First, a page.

Best Practices for Résumé Writing
It’s an age-old question: “What should I put in my résumé?” There are plenty of articles and how-to videos offering advice on what a résumé should say and how it should look. But, when looking for employment, be sure not to put the cat before the horse. Realize this one thing: you are not writing a résumé to get a job; you are writing a résumé to get an interview. That said, let me offer you some good tips to keep in mind while writing your résumé.
Don’t Just List Your Strengths
- When writing your résumé, don’t just list your strengths. Say, for example, you’re a good public speaker. Connect it with some real life success and tell a potential employer why they should care. If an employer can look at your résumé and see a relevant personal experience in which you displayed your strength it will put you at an advantage.
Use The Right Keywords
- Working in a recruiting office I witness first-hand everyday how true this statement is. The bottom line is that recruiters in my office sort and search through piles of résumés using keyword searches. If your résumé doesn’t contain the right keywords for the job you’re after, there’s basically no chance you’ll land that interview.
Customize Your Résumé For Each Potential Employer
- As easy as it would be to just make one résumé and just dish it out across the board, do not make a generic résumé. Is every job the same? Of course not, so don’t make every résumé the same. Tweak and fix your résumé to make it a custom fit for each particular job description.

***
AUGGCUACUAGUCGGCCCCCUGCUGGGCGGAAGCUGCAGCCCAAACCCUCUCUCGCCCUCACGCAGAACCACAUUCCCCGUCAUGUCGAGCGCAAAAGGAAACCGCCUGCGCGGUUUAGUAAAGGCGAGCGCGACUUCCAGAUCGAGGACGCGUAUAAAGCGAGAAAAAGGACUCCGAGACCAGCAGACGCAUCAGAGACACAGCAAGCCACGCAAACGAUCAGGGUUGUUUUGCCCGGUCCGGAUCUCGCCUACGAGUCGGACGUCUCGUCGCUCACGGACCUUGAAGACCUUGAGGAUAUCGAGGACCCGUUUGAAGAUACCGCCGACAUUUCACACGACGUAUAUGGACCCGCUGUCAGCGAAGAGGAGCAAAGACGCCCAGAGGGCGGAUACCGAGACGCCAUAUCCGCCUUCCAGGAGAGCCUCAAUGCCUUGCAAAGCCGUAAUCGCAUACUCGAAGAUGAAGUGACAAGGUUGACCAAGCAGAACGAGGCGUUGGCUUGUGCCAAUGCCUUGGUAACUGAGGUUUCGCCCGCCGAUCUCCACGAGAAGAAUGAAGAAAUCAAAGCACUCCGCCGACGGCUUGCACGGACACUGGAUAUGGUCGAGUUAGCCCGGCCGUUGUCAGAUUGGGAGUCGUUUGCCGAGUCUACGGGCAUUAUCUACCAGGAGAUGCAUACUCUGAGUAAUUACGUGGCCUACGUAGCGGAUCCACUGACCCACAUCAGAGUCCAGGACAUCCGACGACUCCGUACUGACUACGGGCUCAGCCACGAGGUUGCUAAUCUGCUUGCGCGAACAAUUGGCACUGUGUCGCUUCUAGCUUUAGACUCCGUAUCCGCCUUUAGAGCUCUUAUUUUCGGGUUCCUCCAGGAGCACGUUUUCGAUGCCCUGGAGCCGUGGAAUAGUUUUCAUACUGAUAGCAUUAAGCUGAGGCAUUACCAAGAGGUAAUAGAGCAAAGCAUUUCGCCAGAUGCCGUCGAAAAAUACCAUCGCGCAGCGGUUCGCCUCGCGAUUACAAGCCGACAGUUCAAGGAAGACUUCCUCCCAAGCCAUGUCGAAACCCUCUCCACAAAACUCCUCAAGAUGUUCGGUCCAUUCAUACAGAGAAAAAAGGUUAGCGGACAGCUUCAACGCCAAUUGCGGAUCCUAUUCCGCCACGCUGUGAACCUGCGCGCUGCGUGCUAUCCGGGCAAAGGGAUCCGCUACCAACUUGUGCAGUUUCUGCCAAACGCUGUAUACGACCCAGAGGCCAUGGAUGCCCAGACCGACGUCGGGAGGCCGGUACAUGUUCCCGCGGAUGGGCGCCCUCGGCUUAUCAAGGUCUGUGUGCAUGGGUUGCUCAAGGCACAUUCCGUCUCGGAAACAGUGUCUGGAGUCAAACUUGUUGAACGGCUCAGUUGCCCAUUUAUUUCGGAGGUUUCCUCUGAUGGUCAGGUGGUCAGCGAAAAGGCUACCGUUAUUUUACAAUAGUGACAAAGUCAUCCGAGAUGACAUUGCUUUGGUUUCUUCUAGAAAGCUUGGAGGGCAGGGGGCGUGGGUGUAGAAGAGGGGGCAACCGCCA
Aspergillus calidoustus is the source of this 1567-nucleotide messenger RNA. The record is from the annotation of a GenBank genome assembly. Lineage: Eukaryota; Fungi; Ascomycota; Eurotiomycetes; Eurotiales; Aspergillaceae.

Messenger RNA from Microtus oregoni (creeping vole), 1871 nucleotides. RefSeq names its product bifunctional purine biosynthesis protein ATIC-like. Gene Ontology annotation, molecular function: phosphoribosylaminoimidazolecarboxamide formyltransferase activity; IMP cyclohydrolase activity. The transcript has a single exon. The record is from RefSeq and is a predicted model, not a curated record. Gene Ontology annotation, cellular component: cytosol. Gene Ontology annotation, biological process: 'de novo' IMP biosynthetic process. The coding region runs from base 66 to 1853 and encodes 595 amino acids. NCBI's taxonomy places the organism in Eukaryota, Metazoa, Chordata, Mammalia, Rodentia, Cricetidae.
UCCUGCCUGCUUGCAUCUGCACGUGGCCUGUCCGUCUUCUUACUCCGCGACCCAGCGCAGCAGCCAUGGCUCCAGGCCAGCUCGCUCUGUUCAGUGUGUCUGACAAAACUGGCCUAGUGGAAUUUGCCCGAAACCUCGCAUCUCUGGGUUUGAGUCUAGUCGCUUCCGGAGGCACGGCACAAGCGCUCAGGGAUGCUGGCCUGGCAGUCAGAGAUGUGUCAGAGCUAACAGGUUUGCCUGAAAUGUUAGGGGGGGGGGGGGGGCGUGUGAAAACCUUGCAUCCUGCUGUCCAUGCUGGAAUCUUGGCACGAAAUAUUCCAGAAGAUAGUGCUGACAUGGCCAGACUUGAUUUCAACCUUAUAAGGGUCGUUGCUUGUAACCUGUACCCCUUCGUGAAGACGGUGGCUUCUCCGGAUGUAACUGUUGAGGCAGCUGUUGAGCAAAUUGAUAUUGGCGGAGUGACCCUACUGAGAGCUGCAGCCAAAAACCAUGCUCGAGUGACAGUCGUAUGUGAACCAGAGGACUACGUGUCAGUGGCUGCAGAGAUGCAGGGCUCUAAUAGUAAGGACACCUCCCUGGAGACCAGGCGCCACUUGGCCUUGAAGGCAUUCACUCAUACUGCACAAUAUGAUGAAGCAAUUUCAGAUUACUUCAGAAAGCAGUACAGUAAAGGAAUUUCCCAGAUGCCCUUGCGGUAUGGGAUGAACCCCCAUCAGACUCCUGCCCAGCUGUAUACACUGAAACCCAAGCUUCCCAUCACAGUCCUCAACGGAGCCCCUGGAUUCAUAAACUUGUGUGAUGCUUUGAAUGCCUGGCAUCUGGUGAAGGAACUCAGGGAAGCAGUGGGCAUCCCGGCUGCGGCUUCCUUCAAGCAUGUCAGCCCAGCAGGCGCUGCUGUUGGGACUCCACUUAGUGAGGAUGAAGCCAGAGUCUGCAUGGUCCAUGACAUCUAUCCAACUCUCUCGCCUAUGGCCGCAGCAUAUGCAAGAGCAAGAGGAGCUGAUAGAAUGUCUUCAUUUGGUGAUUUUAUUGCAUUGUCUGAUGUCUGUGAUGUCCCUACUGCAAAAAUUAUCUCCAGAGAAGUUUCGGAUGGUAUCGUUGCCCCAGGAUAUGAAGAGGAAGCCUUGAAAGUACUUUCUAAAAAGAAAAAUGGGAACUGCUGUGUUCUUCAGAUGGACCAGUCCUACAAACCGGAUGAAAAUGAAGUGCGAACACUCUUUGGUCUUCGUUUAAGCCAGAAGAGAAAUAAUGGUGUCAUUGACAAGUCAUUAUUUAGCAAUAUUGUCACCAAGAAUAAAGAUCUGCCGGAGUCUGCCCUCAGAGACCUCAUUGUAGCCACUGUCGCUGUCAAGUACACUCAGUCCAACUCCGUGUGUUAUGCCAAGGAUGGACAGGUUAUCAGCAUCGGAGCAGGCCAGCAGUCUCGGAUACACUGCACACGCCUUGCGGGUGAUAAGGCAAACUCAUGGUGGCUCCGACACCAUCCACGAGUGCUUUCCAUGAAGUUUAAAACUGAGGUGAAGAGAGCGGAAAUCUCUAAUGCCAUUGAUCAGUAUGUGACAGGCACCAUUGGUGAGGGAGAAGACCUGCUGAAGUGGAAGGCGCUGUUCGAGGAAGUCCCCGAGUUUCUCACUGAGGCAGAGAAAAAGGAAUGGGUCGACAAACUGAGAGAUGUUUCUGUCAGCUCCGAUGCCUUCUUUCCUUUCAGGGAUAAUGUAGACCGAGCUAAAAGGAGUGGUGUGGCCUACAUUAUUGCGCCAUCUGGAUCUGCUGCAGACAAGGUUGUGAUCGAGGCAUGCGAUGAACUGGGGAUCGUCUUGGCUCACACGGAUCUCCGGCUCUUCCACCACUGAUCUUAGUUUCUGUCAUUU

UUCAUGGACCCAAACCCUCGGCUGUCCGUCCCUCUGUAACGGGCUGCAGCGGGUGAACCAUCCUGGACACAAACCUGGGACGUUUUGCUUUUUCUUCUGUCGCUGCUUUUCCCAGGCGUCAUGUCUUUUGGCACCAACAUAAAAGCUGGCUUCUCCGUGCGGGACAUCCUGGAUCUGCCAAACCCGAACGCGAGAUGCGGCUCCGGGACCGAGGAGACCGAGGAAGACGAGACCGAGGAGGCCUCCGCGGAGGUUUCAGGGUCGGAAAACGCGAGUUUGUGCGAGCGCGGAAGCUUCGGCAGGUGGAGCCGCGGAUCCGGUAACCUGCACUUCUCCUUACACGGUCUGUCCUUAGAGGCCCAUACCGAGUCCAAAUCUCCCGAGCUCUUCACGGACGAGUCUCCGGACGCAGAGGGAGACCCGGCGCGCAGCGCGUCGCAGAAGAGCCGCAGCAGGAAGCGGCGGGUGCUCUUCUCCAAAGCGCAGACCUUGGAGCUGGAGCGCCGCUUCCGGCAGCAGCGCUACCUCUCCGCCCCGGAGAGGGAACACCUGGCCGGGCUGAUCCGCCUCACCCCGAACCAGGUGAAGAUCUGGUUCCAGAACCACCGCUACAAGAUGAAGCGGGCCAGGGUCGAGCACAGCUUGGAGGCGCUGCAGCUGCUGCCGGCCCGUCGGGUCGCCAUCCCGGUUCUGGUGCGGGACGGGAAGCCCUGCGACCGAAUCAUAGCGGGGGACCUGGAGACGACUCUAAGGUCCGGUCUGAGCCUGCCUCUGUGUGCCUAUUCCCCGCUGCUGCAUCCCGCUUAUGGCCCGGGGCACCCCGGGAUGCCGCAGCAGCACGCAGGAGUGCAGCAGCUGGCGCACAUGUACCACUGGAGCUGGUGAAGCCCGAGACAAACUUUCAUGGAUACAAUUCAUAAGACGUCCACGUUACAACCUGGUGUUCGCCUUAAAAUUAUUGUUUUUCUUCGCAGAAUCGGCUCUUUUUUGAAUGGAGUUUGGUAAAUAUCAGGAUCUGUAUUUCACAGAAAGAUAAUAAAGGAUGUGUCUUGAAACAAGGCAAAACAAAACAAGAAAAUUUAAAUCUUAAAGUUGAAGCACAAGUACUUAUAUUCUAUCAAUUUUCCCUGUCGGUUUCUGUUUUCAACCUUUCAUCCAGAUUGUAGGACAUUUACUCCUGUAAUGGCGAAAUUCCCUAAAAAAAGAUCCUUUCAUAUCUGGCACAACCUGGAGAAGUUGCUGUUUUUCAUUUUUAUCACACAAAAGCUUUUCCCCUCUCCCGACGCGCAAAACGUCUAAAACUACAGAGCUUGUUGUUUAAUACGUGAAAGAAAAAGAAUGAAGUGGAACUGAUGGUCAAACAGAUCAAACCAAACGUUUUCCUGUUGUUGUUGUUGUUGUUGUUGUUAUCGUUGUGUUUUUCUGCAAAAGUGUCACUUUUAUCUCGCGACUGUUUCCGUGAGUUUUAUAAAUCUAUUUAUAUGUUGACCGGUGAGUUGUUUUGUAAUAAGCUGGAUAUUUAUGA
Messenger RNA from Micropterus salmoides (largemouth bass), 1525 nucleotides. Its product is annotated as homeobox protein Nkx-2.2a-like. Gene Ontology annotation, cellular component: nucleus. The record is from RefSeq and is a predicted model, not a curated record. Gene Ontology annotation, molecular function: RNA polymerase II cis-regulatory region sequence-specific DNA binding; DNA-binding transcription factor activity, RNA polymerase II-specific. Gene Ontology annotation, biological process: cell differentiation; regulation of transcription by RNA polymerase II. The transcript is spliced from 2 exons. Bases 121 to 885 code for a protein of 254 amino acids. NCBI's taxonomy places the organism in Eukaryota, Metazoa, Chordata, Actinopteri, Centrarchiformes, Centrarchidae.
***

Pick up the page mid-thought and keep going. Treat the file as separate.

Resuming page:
Don’t List All Your Job Experiences
- When people are writing their résumés they innately want to cram as many job experiences as possible on one or two pages. You know, to “impress” the potential employer, right? Actually, this is the opposite of what you should do. Your résumé should not be packed like sardines on the page, but rather clear, legible, and eye catching. Obviously, you need list the most current and your most relevant jobs on your résumé, but try to keep it all within the last 15-20 years.
Begin Narratives With Action Verbs
- Follow this very powerful and useful practice when writing your résumé. It’s an attention grabber. And describing your accomplishments with action verbs such as organized, managed, directed, etc., actively describes what your duties were at that job.
When you sit down to write your résumé, really think about what you have to offer an employer. You’re not simply a beautiful snowflake, just like everyone else. Your résumé is the first step in differentiating your personal brand from the rest of the pack. It’s a tool to position you as an employable commodity. Along these lines, don’t just write what you think they want to hear. It’s imperative to always proofread as well-- nothing says unqualified better than a résumé with grammatical and spelling errors. If all else fails, don’t be afraid to get professional help. After all, it’s your future we’re talking about. So, why wouldn’t you want the perfect résumé?
By Jake Pinto